12. Koopman B, Karimi S, Nguyen A, McGuire R, Muscatello D, Kemp M, et al. Automatic classification of diseases from free-text death certificates for real-time surveillance. BMC Med Inform Decis Mak. 2015;15:53.

    Article  PubMed  PubMed Central  Google Scholar 

  13. Chapman WW, Christensen LM, Wagner MM, Haug PJ, Ivanov O, Dowling JN, et al. Classifying free-text triage chief complaints into syndromic categories with natural language processing. Artif Intell Med. 2005;33:1–10.

    Article  Google Scholar 

  14. Chapman WW, Fiszma M, Dowling J, Chapman B, Rindflesh T. Identifying Respiratory Findings in Emergency Department Reports for Bio surveillance using MetaMap. Stud Health Technol Inform. 2004;107:487–91.

    PubMed  Google Scholar 

  15. Chapman WW, Fizman M, Chapman B, Haug P. A comparison of classification algorithms to automatically identify chest X-ray reports that support pneumonia. J Biomed Inform. 2001;34:4–14.

    Article  CAS  PubMed  Google Scholar 

  16. Chapman WW, Chu D, Dowling JN. ConText: an algorithm for identifying contextual features from clinical text. In: Proceedings of the Workshop on BioNLP 2007: Biological, Translational, and Clinical Language Processing. Stroudsburg, PA, USA: Association for Computational Linguistics; 2007. p. 81–8 [BioNLP’07].

    Chapter  Google Scholar 

  17. Elkin PL, Brown SH, Bauer BA, Husser CS, Carruth W, Bergstrom LR, et al. A controlled trial of automated classification or negation from clinical notes. BMC Med Inform Decis Mak. 2005;5.

  18. Hripcsak G, Friedman C, Alderson PO, DuMouchel W, Johnson SB, Layton PD. Unlocking clinical data from narrative reports: a study of natural language processing. Ann Intern Med. 1995;122:681–8.

    Article  CAS  PubMed  Google Scholar 

  19. Xu H, Stetson PD, Friedman C. A Study of Abbreviations in Clinical Notes. AMIA Annu Symp Proc. 2007:821–825

  20. Travers D, Lich KH, Lippmann SJ, Yeatts KB, Liao W, Waller A. Defining Emergency Department Asthma Visits for Public Health Surveillance, North Carolina, 2008–2009. Prev Chronic Dis. 2014;11:2008–9.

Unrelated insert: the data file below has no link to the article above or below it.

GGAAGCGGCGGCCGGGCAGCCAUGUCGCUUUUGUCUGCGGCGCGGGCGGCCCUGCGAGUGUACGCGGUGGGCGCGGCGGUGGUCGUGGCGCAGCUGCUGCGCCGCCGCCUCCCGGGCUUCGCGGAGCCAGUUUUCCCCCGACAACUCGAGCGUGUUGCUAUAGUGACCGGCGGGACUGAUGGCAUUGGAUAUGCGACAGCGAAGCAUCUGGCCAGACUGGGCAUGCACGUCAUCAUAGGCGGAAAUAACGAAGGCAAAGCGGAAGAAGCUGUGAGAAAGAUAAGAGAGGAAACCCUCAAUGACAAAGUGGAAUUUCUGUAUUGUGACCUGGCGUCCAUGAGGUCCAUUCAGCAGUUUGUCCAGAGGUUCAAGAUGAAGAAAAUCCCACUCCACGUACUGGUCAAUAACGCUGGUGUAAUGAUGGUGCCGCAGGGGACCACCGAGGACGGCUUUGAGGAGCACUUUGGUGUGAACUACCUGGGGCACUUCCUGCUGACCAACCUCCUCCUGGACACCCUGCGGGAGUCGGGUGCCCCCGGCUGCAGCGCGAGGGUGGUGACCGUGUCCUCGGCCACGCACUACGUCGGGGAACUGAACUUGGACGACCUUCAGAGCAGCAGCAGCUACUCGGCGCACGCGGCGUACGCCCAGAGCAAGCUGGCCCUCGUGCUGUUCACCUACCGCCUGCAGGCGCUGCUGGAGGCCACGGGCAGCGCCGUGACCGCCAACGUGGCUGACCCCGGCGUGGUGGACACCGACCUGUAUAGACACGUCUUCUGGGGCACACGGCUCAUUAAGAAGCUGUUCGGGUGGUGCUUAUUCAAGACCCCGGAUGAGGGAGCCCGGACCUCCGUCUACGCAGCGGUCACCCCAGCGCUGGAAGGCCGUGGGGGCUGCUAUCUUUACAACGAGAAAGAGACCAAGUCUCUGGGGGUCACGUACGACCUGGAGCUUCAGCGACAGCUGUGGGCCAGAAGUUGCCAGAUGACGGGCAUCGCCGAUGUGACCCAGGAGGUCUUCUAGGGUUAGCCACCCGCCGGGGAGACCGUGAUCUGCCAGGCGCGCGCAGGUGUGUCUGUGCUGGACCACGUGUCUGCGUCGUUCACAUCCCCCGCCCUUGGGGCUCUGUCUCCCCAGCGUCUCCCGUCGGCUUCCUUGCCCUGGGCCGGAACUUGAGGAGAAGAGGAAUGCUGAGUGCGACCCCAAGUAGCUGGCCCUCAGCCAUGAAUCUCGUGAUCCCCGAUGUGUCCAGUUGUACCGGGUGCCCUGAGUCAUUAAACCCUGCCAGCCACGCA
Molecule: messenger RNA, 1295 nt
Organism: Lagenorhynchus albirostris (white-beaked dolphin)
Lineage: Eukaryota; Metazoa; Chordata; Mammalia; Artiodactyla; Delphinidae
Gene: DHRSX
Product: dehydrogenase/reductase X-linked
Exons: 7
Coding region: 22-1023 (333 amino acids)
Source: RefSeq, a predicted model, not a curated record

Article  Google Scholar 

  21. South BR, Chapman WW, Delisle S, Shen S, Kalp E, Perl T, et al. Optimizing A syndromic surveillance text classifier for influenza-like illness: Does document source matter? AMIA Annu Symp Proc 2008:692–696

  22. Barrows RC, Busuioc M, Friedman C. Limited Parsing of Notational Text Visit Notes: Ad-hoc vs. NLP Approaches. Proc AMIA Symp. 2000:51–55

  23. Payne L, Kühlmann-Berenzon S, Ekdahl K, Giesecke J, Högberg L, Penttinen P. “Did you have flu last week?” A telephone survey to estimate a point prevalence of influenza in the Swedish population. Euro Surveill. 2005;10:241–4.

    CAS  PubMed  Google Scholar 

  24. Miller E, Hoschler K, Hardelid P, Stanford E, Andrews N, Zmabon M, et al. Incidence of 2009 pandemic influenza A H1N1 infection in England: a cross-sectional serological study. Lancet. 2010;375:1100–8.

    Article  PubMed  Google Scholar 

  25. Collett D. Modelling Binary Data. Boca Raton Florida: Chapman & Hall/CRC; 1999.

    Google Scholar 

  26. Wilcox A, Hripcsak G. Classification Algorithms Applied to Narrative Reports. Proc AMIA Symp. 1999:455–459

  27. Chapman WW, Bridewell W, Hanbury P, Cooper GF, Buchanan BG. A simple algorithm for identifying negated finds and disease in discharge summaries. J Biomed Inform. 2001;34:301–10.

    Article  CAS  PubMed  Google Scholar